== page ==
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Old 12-02-2009, 10:17 AM   #1
zokken
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Replacing Characters with sed


This shouldn't be hard, I just can't figure out how to do it. I'm feeding the output of a command into sed to remove these characters:

[
,
]
'

This is easy to do by piping the output through multiple sed commands, but this isn't efficient/elegant and I know it can be done using just one sed command. I'm just not having luck figuring out how to do it.

Any ideas?
 
Old 12-02-2009, 10:20 AM   #2
druuna
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Hi,

sed 's/[,'\[\]]//g' infile

The [ and ] are special and need to be escaped. The above command looks for either of the 4 chars given and replaces them with nothing.

Hope this helps.
 
Old 12-02-2009, 10:32 AM   #3
zokken
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Quote:
Originally Posted by druuna View Post
Hi,

sed 's/[,'\[\]]//g' infile

The [ and ] are special and need to be escaped. The above command looks for either of the 4 chars given and replaces them with nothing.

Hope this helps.
This is having the same problem as something similar I tried earlier. This is what happens:

Code:
# grep accept_these_nonmembers list.cfg | sed 's/[,'\[\]]//g'
>
It leaves me hanging at the > prompt, as if it's expecting more input. I think the single quote in the search string is the problem. I tried escaping it, but that doesn't seem to work either:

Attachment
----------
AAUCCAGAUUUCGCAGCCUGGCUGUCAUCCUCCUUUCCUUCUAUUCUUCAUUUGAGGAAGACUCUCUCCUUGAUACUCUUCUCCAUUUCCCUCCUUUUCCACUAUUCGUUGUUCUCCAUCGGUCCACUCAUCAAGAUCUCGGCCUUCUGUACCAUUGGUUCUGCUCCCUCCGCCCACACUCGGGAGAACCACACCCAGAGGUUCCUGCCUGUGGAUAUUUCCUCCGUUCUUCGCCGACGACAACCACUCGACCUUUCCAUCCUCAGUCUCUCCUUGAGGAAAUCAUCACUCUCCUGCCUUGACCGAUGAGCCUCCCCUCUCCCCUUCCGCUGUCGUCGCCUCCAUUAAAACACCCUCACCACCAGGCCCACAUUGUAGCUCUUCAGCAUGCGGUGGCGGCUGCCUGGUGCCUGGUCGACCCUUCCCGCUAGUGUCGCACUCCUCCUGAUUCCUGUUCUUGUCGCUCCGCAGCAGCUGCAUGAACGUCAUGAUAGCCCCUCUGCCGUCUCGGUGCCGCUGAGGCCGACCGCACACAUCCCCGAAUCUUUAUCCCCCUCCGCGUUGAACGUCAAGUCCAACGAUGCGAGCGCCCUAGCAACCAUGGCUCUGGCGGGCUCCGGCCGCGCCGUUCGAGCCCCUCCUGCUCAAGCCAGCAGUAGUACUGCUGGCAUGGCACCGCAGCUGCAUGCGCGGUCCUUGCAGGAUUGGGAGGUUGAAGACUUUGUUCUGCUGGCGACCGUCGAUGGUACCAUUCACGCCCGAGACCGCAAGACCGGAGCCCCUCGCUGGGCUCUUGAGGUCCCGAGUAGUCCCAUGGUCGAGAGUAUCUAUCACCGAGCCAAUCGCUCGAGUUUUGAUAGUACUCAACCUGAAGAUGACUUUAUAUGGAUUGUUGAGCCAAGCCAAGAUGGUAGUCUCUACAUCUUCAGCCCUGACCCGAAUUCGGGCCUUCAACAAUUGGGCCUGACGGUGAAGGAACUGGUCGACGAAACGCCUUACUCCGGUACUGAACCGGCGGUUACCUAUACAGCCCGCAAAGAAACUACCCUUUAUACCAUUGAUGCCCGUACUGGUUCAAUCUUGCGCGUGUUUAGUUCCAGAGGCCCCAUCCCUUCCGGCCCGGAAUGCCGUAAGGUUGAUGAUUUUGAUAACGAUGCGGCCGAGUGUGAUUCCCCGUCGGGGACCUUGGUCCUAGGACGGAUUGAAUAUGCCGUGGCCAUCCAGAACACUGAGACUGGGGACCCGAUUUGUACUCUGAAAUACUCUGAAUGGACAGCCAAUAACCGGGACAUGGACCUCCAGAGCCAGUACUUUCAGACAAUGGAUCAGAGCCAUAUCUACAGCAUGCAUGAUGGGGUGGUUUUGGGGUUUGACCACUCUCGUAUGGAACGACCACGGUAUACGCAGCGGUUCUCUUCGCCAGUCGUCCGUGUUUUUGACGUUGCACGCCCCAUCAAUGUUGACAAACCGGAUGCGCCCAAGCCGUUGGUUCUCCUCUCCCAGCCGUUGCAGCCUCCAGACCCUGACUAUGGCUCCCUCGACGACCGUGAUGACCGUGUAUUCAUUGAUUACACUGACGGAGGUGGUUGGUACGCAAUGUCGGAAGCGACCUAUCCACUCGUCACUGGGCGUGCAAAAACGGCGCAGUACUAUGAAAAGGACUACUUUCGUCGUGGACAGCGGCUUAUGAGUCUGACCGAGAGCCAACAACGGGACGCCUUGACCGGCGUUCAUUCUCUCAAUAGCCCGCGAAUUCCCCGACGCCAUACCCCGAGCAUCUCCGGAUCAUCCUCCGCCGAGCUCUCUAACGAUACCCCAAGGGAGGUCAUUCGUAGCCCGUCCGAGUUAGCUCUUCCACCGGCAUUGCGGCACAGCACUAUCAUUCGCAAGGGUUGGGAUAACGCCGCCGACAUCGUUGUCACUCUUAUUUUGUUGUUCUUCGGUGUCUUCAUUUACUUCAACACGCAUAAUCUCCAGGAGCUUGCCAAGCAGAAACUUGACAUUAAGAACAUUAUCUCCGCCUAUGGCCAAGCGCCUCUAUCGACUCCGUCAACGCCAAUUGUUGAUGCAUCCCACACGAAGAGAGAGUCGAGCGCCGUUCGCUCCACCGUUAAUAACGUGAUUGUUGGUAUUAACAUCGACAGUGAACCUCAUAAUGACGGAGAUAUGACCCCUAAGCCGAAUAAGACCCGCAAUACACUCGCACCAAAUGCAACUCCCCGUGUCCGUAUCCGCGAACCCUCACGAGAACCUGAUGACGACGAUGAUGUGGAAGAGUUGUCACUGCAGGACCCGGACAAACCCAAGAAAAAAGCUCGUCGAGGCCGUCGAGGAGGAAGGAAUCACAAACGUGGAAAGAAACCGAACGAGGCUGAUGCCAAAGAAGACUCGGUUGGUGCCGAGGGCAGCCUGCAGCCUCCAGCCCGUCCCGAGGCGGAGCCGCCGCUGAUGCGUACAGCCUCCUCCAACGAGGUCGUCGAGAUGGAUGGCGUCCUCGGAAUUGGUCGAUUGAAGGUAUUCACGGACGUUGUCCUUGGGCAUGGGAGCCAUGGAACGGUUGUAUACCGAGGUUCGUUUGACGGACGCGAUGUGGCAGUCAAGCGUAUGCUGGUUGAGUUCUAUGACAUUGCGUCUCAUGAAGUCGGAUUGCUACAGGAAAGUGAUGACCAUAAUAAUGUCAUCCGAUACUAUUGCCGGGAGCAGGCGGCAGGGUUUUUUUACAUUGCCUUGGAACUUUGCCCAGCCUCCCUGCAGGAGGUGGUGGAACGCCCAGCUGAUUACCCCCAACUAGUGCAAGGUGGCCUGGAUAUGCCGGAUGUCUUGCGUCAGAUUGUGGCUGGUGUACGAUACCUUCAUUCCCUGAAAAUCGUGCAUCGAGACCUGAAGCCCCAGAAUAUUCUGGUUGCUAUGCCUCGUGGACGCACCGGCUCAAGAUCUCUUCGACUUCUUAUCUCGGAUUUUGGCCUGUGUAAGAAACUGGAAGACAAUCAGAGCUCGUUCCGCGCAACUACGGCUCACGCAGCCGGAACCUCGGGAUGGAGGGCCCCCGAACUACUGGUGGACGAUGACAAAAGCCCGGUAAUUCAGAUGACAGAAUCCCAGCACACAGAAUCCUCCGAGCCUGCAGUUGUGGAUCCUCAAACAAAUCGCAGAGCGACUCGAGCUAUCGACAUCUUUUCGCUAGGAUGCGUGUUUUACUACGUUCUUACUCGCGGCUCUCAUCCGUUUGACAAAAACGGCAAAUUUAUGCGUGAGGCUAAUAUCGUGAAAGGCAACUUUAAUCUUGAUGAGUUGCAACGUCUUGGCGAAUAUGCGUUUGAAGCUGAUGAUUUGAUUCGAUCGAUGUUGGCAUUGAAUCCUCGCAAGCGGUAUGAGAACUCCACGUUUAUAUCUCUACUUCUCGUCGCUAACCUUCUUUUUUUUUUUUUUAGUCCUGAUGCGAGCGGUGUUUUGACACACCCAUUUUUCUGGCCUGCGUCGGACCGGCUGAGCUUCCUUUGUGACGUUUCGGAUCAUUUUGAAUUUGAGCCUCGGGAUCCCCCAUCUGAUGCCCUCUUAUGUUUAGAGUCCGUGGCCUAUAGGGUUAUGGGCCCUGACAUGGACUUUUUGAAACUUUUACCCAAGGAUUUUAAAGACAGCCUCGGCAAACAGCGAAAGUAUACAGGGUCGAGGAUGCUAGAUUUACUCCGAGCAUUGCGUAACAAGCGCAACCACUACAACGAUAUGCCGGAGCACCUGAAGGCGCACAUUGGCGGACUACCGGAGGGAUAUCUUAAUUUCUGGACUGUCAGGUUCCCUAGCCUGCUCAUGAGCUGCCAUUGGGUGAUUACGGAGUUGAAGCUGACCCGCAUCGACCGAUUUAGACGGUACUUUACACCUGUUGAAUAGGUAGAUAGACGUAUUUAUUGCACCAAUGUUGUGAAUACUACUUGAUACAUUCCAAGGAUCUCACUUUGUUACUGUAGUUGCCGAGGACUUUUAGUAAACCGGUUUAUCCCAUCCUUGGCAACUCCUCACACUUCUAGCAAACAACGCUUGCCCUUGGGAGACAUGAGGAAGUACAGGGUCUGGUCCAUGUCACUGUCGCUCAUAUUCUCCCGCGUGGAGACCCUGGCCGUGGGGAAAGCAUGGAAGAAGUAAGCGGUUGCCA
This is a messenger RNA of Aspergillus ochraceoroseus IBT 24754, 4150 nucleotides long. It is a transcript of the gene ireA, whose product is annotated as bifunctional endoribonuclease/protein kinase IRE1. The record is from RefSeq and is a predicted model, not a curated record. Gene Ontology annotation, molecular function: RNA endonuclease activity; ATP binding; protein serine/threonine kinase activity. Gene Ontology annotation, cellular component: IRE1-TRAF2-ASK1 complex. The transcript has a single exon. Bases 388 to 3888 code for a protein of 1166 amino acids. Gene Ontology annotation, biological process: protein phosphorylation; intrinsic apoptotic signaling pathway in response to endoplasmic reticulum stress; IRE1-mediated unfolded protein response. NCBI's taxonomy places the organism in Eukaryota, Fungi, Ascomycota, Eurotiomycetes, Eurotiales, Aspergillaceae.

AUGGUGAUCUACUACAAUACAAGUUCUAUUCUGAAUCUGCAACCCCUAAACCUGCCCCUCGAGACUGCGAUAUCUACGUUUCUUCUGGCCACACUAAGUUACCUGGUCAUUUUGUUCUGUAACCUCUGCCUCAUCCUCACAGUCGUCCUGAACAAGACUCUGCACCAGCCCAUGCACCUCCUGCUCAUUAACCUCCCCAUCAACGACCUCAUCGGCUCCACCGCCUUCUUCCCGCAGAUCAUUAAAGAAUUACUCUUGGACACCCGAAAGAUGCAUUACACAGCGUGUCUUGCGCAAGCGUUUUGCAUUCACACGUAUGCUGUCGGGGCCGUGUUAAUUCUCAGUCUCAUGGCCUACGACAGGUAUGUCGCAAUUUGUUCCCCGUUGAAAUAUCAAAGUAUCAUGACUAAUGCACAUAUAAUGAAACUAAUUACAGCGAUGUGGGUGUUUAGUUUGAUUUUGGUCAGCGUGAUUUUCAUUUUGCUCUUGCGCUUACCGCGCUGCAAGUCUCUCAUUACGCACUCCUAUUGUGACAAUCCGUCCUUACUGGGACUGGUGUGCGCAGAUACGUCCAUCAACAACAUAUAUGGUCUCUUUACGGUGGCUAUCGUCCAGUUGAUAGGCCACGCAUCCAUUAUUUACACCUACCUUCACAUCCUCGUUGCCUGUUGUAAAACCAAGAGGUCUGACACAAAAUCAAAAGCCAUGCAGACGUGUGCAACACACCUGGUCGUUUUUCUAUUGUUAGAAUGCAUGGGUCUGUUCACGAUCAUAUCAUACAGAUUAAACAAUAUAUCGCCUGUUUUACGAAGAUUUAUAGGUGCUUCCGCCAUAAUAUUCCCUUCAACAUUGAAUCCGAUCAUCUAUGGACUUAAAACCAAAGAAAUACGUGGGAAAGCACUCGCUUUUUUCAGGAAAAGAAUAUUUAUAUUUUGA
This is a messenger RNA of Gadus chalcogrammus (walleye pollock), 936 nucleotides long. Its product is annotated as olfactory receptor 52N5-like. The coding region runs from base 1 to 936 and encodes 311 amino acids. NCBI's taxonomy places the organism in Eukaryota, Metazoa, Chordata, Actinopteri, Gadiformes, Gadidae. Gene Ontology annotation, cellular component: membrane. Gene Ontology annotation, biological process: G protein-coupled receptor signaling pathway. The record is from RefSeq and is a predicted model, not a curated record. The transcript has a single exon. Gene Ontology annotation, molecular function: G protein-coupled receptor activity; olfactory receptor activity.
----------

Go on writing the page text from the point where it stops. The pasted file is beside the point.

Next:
Code:
# grep accept_these_nonmembers list.cfg | sed 's/[,\'\[\]]//g'
>
Any idea how to get around this?
 
Old 12-02-2009, 10:50 AM   #4
druuna
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Hi,

I gave the answer from the top of my head and forgot that ' is special.

This: sed "s/[,'\[\]]//g" infile would solve the ' character (use double quotes instead of single quotes around the replacement part). But a little test shows that \] doesn't seem to work and I have to look into that before giving an answer to that one.....
 
Old 12-02-2009, 10:53 AM   #5
druuna
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Hi,

sed "s/["]",'\[]//g" infile seems to work.

It does depend where the "]" is placed, it must be first it seems.

Hope this helps.
 
Old 12-02-2009, 11:04 AM   #6
pixellany
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Put the sed command string in double-quotes.
Code:
sed "s/'/XX/g"   ##replaces ' with XX
Then, if a portion needs single quotes, enclose that portion in "'..'"

I read somewhere that you could "toggle" the quoting, but my tests just now do not support that. I had to unquote and then re-quote with the other type.

Code:
vari="XX"

sed "s/th/"'$vari'"/g" words   ##replaces th with XX

sed "s/th/'$vari'/g" words     ##replaces th with '$vari'
 
Old 12-02-2009, 12:19 PM   #7
zokken
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Nice, thanks for the responses!
 
Old 12-02-2009, 01:14 PM   #8
GrapefruiTgirl
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Two other things:

1) I recently experienced a sed variable substitution that would not work with either single or double quotes around it; I had to do it un-quoted.

2) to string multiple sed operations together without piping sed into sed into sed, just use a semicolon between each sed operation, like:
Code:
shell$ sed 's/this/that/g;s/something/else/g' "file"
Sasha
 
Old 12-02-2009, 01:31 PM   #9
H_TeXMeX_H
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There's also the shorter way:

Code:
tr -d "[,]'" < input > output
 
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Old 12-02-2009, 07:34 PM   #10
ghostdog74
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use the shell
Code:
$ string="my[str]in'g,"
$ echo ${string//[\[\],\']/}
mystring
 
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